It’s Time to Connect the Dots, Bullying, Family Violence, Solutions

April 25, 2011


Families that play together stay together... and should raise better kids into better adults without bullying and abuse.

By Richart Davis

On Friday April 22, 2001 I read the Boston Globe article, 1 in 4 report bullying at Mass. Schools. That article notes:

The report found that students who said they had been involved in bullying, as both a perpetrator and a victim, were five times more likely to report they had been hurt physically by a family member, compared to those who said they were neither a victim nor a bully. And they were substantially more likely to have witnessed violence against other family members.

In the survey that includes for the first time questions about bullying that is regularly given to middle and high school students to gauge their health and behavior, these findings define the scope of the problem and also suggests as a primary cause, the link between violence at home and bullying at school.

Concerning children who have been hurt physically by a family member, on page 24 of the findings from the National Violence Against Women Survey report, Extent, Nature, and Consequences of Intimate Partner Violence, it notes that:

For example, 40 percent of surveyed women and 54 percent of surveyed men said they were physically assaulted as a child by an adult caretaker.

The study, Estimating the Number of American Children Living in Partner-Violent Families, reports that approximately 15.5 million American children were estimated to live in families in which partner violence had occurred at least once in the previous year. As many as 7 million children were estimated to live in families where severe violence occurred. The lead author of the above report is Renee McDonald who is a Professor of Psychology at Southern Methodist University.

In June of this year, Southern Methodist University is sponsoring the conference Global Summit on Ending Corporal Punishment and Promoting Positive Discipline. In the Boston Globe article the Massachusetts Public Health Commissioner, John Auerbach, notes that, “Sometimes people who we have thought of as perpetrators are actually very vulnerable themselves.” Auerbach also said that his agency will train counselors and educators to better pinpoint potential problems.

It may be presumptuous, but a very small organization from Fairhaven, MA, Family NonViolence Inc. is supporting legislation, that suggests that the Massachusetts Department of Public Health, and in fact everyone concerned about family violence, consider beginning at the beginning and explore the fact that many adults use and the majority of society condones the use of physical assaults against children to change or alter their behavior.  This behavior is present in bullying and also child, sibling, intimate partner, spousal, and elder abuse. Please visit our website at  It’s time to connect the dots.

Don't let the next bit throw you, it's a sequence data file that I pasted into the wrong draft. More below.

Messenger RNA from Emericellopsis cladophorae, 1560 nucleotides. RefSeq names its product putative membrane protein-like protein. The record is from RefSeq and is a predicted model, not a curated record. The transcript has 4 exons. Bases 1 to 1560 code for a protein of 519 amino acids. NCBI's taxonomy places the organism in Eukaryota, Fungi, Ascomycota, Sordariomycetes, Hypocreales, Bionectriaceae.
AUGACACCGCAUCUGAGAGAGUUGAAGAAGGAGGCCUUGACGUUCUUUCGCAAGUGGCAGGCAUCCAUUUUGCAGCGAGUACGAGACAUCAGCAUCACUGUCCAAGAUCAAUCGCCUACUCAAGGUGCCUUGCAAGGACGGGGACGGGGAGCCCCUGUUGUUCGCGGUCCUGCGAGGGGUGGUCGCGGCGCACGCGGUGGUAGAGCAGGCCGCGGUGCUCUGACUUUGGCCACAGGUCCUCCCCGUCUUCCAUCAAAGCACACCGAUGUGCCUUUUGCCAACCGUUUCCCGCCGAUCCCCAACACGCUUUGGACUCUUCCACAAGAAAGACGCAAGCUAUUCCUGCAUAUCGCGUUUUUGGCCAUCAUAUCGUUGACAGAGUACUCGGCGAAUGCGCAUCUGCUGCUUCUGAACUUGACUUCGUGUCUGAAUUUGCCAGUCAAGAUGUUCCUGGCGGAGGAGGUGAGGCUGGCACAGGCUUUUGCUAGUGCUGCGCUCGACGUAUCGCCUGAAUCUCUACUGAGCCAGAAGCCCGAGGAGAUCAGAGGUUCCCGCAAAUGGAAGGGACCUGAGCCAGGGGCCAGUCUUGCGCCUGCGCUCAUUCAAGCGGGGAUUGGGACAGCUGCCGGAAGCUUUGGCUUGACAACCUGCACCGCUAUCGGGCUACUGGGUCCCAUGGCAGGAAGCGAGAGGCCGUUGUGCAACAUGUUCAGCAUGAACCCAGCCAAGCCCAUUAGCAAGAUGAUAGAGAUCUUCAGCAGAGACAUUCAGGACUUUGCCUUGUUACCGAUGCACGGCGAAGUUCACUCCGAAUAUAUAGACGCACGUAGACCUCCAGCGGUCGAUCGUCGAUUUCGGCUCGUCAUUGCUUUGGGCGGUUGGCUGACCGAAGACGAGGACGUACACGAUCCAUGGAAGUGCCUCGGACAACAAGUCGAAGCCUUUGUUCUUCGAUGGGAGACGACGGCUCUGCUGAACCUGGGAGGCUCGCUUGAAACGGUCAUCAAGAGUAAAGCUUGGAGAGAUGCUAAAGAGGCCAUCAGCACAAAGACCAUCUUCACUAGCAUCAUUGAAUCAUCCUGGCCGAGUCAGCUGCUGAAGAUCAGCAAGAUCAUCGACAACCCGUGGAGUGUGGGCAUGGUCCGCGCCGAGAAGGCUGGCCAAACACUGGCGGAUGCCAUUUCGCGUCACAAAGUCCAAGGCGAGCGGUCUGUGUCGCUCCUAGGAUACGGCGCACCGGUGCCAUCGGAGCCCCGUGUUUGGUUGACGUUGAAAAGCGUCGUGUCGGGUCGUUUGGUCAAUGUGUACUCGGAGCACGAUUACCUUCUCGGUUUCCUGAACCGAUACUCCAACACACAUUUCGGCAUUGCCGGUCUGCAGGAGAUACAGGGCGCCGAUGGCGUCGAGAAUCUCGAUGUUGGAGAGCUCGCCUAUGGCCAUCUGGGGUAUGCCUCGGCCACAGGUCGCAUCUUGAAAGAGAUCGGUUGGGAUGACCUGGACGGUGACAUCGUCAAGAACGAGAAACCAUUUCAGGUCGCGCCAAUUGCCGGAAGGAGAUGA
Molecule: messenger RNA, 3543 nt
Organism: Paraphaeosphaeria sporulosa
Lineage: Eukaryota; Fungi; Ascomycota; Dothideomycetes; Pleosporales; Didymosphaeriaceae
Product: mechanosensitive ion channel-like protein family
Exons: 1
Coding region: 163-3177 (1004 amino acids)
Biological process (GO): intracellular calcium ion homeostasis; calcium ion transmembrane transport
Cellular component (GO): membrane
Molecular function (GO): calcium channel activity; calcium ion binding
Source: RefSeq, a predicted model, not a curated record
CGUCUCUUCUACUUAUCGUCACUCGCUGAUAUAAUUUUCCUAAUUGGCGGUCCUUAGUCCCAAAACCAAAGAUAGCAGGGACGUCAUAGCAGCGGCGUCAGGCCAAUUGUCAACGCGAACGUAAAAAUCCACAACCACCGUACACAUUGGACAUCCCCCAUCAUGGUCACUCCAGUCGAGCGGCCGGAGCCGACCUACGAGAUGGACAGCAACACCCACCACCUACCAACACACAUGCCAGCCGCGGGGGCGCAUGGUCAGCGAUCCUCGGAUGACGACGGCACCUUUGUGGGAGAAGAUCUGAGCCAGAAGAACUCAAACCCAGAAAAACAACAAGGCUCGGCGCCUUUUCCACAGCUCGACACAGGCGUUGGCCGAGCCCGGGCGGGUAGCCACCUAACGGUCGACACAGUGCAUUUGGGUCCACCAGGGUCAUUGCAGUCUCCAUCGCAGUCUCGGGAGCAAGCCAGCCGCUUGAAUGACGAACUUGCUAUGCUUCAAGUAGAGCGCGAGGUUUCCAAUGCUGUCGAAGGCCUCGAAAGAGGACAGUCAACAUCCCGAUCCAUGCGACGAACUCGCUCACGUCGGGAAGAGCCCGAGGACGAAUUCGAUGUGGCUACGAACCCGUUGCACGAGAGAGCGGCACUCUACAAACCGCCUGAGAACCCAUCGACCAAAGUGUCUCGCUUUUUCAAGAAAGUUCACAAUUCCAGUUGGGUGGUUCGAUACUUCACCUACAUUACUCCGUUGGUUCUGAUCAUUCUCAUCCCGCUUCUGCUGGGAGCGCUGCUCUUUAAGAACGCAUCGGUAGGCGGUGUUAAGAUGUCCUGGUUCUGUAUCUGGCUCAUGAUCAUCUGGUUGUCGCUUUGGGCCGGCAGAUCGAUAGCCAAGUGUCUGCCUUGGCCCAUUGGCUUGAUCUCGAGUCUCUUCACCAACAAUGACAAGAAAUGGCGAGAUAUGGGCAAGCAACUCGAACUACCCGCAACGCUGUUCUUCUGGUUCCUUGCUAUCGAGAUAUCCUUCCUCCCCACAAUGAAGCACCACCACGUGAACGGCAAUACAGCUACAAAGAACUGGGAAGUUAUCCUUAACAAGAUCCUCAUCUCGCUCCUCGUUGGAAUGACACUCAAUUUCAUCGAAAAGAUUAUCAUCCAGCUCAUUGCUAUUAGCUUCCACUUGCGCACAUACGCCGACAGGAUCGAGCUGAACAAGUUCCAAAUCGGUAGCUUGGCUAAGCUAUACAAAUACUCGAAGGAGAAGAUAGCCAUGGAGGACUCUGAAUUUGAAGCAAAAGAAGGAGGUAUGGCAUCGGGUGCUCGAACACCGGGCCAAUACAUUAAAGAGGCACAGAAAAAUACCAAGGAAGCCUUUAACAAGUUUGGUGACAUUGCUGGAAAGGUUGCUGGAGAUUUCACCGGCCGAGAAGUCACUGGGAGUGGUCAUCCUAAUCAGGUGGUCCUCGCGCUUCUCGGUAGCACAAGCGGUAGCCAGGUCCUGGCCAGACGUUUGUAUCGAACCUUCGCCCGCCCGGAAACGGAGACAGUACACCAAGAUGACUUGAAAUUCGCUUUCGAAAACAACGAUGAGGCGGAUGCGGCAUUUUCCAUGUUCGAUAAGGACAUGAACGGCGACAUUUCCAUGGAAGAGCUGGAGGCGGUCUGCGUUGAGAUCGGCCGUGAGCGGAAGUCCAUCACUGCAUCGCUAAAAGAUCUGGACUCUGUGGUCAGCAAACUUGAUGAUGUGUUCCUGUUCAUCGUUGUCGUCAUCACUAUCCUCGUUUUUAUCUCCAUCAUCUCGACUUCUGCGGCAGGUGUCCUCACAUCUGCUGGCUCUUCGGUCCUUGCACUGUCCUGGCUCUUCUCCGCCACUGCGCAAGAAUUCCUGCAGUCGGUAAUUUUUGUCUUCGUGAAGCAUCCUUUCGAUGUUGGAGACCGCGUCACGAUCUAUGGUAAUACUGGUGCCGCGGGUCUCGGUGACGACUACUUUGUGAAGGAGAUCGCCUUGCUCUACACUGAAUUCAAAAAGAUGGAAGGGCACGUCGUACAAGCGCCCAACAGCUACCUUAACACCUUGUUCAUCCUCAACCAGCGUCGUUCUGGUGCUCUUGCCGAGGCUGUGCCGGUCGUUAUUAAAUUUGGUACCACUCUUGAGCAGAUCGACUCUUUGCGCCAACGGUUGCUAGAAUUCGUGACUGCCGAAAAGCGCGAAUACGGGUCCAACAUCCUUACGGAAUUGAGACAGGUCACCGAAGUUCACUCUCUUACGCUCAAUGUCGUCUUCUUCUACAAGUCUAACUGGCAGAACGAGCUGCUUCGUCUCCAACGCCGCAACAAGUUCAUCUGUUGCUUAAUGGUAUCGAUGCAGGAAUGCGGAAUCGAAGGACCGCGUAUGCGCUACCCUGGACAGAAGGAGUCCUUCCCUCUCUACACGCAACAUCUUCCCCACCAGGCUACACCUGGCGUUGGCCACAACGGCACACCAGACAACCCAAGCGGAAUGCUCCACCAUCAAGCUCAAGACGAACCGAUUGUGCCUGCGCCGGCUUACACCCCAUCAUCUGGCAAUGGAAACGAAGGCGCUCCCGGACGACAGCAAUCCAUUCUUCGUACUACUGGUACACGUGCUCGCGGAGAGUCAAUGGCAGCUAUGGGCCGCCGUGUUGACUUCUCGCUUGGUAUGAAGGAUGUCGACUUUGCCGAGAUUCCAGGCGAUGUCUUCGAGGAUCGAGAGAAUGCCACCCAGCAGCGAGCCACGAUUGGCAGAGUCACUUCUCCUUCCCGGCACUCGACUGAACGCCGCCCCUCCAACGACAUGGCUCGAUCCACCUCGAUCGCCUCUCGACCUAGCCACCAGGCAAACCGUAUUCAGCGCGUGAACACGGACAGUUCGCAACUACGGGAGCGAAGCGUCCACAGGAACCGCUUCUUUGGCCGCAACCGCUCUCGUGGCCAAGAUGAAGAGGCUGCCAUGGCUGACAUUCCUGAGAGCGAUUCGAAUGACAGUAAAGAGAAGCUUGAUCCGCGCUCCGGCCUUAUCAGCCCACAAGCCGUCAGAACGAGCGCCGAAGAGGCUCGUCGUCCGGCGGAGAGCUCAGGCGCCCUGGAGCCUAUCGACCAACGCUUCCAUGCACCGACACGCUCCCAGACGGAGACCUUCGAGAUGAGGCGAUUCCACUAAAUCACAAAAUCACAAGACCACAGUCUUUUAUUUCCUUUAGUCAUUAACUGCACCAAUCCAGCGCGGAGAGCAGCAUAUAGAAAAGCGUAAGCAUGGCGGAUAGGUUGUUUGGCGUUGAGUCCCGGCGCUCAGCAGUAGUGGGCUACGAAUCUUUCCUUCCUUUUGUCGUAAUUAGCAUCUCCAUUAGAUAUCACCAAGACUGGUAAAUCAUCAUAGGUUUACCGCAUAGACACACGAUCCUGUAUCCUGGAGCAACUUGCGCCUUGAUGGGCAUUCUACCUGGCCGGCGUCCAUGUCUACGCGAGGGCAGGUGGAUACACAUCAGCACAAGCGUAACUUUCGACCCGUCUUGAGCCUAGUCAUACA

The number of American children living in partner-violent households was estimated from a nationally representative sample of 1,615 dual-parent households. Approximately 15.5 million American children were estimated to live in families in which partner violence had occurred at least once in the previous year, with 7 million estimated to live in families in which severe partner violence had occurred. The prevalence of partner violence was higher among couples with children than among couples without children.

It is becoming increasingly clear that physicalviolence between adult intimate partners increases children’s risk for a variety of adjustment difficulties. For example, children living in households characterized by frequent and severe partner violence exhibit more behavioral and emotional problems than children in nonviolent households (Jouriles, Norwood, McDonald, & Peters, 2001; Margolin & Gordis, 2000). Children’s exposure to adult physical aggression experimental laboratory research leads to short-term behavioral disruptions and distress (Cummings, Vogel, Cummings, & El-Sheikh, 1989; Laumakis, Margolin, & John, 1998), with repeated exposure theorized to result in more long-standing adjustment difficulties (Cummings & Davies, 1994). Adults who report childhood exposure to partner violence experience greater difficulties in interpersonal relationships and more emotional problems than those who report no such exposure (Stith, Rosen, & Middleton, 2000). In short, converging results from disparate studies make it increasingly clear that partner violence is deleterious for children…”

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